Two Years At Sea

25 Oct

It is interesting when we consider who we brand as eccentrics in today’s reality TV/X Factor-infused society, happily revelling in the comparative strangeness of others. Of course this categorisation of them being the odd ones in the equation is often simply because they are different to ourselves, whether it be their appearance, lifestyle or because they choose to live a different way. Considering this, Ben Rivers’ Two Years At Seamight offer some food for thought next time you consider who is living the strange life.

Nominated for the Jarman Prize and picking up the Tiger Award at Rotterdam International Film Festival, artist Ben Rivers penetrates the human condition with his camera, gently tearing down the veil that obscures and alienates the brave individuals who remove themselves from society. Two Years at Sea is case and point. Continuing from a relationship Rivers’ established in 2006 in his short film, This Is My Land, this feature length work follows Jake along his arboreal life in the Aberdeenshire wilderness.

Living alone, Jake has stripped himself of what most of us consider necessities in the shape of electronic technologies and running water, but somehow he seems richer in his ramshackle house filled with knick-knacks and remnants of yesteryear. As such, his house resembles not so much a time capsule of the past but rather a time line of the possessions of our society taken back to their very origins of nature.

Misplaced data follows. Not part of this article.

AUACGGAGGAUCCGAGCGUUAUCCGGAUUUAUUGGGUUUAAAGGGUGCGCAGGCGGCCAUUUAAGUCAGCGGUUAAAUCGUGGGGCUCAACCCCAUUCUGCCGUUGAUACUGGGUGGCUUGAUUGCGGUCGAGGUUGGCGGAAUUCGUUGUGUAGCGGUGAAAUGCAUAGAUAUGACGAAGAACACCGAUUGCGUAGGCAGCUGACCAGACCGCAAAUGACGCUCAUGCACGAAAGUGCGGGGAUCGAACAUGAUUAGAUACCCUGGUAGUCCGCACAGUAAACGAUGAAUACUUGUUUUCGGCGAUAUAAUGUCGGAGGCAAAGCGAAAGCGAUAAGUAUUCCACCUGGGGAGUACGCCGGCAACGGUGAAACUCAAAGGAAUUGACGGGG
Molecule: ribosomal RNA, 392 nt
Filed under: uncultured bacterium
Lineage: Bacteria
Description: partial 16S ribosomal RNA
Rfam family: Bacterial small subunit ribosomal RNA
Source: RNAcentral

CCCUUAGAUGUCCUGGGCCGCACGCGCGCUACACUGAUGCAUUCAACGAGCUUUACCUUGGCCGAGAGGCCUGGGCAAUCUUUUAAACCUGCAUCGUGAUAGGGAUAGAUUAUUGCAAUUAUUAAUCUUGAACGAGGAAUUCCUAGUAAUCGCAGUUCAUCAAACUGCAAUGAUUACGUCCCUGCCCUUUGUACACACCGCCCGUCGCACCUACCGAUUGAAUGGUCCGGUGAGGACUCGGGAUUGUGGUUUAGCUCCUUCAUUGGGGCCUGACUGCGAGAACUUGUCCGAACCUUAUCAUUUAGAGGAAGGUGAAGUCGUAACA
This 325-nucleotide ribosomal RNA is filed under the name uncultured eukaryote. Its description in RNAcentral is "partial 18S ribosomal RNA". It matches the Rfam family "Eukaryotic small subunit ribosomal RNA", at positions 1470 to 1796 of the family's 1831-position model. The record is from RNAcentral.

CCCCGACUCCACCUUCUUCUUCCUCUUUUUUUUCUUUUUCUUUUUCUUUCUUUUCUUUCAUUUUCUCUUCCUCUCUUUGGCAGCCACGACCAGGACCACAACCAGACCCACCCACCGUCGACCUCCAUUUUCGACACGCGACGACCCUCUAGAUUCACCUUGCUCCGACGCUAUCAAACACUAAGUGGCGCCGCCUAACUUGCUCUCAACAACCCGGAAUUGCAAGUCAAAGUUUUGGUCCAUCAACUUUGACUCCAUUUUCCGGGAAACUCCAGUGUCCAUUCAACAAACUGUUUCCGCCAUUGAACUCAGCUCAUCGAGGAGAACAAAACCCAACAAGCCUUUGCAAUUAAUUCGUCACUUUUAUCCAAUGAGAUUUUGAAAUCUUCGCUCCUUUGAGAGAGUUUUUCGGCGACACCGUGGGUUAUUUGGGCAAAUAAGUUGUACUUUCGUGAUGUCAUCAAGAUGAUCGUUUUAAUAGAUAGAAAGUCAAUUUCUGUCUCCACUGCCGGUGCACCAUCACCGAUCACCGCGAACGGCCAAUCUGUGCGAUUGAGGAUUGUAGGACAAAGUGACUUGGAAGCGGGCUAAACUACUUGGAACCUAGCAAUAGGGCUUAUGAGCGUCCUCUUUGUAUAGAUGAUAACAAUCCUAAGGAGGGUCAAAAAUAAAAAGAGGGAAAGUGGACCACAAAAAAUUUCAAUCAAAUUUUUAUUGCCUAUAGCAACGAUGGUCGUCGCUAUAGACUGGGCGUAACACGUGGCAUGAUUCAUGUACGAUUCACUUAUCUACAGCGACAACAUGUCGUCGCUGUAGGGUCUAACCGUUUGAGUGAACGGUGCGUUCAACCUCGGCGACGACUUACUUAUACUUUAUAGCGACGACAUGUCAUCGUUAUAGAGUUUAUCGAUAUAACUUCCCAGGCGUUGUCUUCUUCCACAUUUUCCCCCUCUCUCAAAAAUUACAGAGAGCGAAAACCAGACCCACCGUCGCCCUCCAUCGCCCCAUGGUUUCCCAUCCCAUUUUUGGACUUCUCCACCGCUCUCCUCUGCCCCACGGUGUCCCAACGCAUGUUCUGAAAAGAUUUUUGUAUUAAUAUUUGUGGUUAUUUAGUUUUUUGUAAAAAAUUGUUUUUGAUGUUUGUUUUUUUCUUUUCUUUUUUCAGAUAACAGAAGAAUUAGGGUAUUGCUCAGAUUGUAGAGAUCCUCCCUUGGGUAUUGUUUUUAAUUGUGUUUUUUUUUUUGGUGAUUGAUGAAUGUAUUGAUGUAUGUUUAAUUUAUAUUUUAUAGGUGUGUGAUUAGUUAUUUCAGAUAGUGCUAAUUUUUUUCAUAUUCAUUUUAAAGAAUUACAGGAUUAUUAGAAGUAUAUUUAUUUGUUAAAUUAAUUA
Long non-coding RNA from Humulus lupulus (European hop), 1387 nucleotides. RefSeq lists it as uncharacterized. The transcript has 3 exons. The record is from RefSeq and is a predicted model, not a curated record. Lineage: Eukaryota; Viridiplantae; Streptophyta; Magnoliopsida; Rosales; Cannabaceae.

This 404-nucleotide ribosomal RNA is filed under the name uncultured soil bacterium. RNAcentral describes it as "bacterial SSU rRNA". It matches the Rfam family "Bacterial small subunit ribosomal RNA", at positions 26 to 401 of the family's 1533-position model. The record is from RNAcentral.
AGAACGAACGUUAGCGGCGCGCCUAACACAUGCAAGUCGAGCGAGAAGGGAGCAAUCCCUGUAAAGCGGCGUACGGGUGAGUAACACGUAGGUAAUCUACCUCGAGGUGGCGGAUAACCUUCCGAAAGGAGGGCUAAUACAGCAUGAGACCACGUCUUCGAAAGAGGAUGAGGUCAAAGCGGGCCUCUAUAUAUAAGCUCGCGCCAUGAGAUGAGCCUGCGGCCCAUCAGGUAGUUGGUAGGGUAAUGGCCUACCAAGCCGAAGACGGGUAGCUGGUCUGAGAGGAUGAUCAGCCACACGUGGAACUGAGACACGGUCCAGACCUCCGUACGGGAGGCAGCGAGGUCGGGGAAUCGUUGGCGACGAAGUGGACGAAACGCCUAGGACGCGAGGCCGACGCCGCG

Using 16mm, the film’s vintage appearance, as Jake walks amidst the grainy haze of the meadow or his face crackles by the fire, makes it even more difficult to understand that this is the present day and that people can – and do – decide to live outside society and outside materialism. Cinematically, the film is stunning, capturing slow and poignant snapshots of a life; with minimal soundtrack, or sound of any description, you soon find yourself immersed in the lonesome silence Jake endures every day.

Only it doesn’t seem something to ‘endure’, rather something he adores. Never once acknowledging the camera, I almost found myself wishing he would look into the lens and make a connection with the audience he must have known he was captivating – but instead he carries on about his day. This ignorance of the external world which seems to simply evade his interest adds to the intrigue Rivers’ creates with his mastery of a subject whose defiance of modernity seems to define his very existence.

While certainly art-house and no doubt finding itself at a loss in any category other than the LFF’s Experimentia strand, Two Years at Sea is an intriguing and resonating portrait of a man whose life would otherwise have remained buried in the peripheries.

Two Years at Sea was screened at the 55th BFI London Film Festival (in partnership with American Express) as part of the Experimentia strand, on Friday 21 and Monday 24 October.

(As featured on thelondonword.com)

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